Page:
A new airfare analyzer, named Hamlet, could save big bucks by advising travelers when to buy tickets, according to the University of Washington.
It's a classic dilemma for air travelers in today's world of wildly varying ticket prices -- should you purchase now if the rate seems reasonable, or wait for a better deal and take the risk that the price will go up?
Researchers at the University of Washington and the University of Southern California appear to have taken out some of the uncertainty with a new computer program that approaches a 90 percent score in saving money by predicting air fares.
If you're on an airplane and look around at your fellow passengers, probably every single person on that plane has paid a different price," said Oren Etzioni, associate professor in the Department of Computer Science & Engineering in the UW's College of Engineering. "It's the same product, but people are paying radically different prices," he said. "So 'to buy or not to buy' is the question -- that's why we named our program 'Hamlet.'"
Let's look at some results.
During a 41-day pilot run, the algorithm saved 607 simulated passengers a total of $283,904 on airline fares by advising when to buy and when to postpone purchases. If one could predict the future and had perfect knowledge of how the ticket prices would vary, the greatest possible savings was $320,572. That means Hamlet's savings were 88.6 percent of optimal.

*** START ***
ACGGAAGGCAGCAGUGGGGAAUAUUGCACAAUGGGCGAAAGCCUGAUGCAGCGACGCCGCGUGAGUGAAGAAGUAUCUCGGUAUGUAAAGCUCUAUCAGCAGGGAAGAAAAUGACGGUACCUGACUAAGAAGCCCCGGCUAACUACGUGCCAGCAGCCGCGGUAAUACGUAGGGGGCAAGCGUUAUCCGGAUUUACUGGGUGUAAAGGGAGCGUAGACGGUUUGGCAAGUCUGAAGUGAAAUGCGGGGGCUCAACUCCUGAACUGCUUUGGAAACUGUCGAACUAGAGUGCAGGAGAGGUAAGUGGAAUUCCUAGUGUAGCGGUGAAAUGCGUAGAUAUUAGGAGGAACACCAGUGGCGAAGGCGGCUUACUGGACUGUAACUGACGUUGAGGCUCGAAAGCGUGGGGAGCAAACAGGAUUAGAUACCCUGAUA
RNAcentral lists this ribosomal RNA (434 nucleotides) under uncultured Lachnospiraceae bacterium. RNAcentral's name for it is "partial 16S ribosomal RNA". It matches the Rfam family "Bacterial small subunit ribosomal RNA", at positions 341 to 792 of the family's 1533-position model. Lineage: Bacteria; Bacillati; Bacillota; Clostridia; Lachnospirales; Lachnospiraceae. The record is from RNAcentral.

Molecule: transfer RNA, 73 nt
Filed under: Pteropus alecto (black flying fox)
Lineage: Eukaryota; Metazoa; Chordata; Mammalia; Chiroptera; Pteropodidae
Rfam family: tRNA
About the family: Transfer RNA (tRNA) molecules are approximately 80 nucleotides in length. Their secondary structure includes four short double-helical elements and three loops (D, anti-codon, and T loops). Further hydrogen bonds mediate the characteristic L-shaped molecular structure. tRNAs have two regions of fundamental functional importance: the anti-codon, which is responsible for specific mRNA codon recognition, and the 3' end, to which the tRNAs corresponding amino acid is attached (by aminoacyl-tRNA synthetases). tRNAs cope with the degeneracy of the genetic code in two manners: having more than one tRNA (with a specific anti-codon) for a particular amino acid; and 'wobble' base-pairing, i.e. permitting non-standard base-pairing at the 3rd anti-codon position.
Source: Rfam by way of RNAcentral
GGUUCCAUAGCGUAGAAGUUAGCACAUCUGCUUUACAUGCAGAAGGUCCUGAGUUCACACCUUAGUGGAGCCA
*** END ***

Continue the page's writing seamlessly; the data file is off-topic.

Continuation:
Sounds good, isn't?
In examining how the fares behaved, they found that the price of particular flights changed as often as seven times a day. Over time, the range in prices could be extreme -- for one flight on the LA to Boston route, for example, the high was $2,524 for a round trip ticket, compared to a brief low of $275. The high from Seattle to Washington, D.C., was $1,668 compared to a low of $281.
Too good to be true? I think you're right.
Oren Etzioni is really an associate professor at the University of Washington. But none of his papers or his interests links to some airfare analyzer.
Moreover, this page tells us that Hamlet stands for "Heuristics Acquisition Method by Learning from sEarch Trees," and links to the works of Borrajo and Veloso, back in 1994.
Finally, the News section of the University of Washington doesn't contain anything related to this research.
Too bad it's only an April Fool's Day joke!
Source: "University of Washington," through EurekAlert News, April 1, 2003
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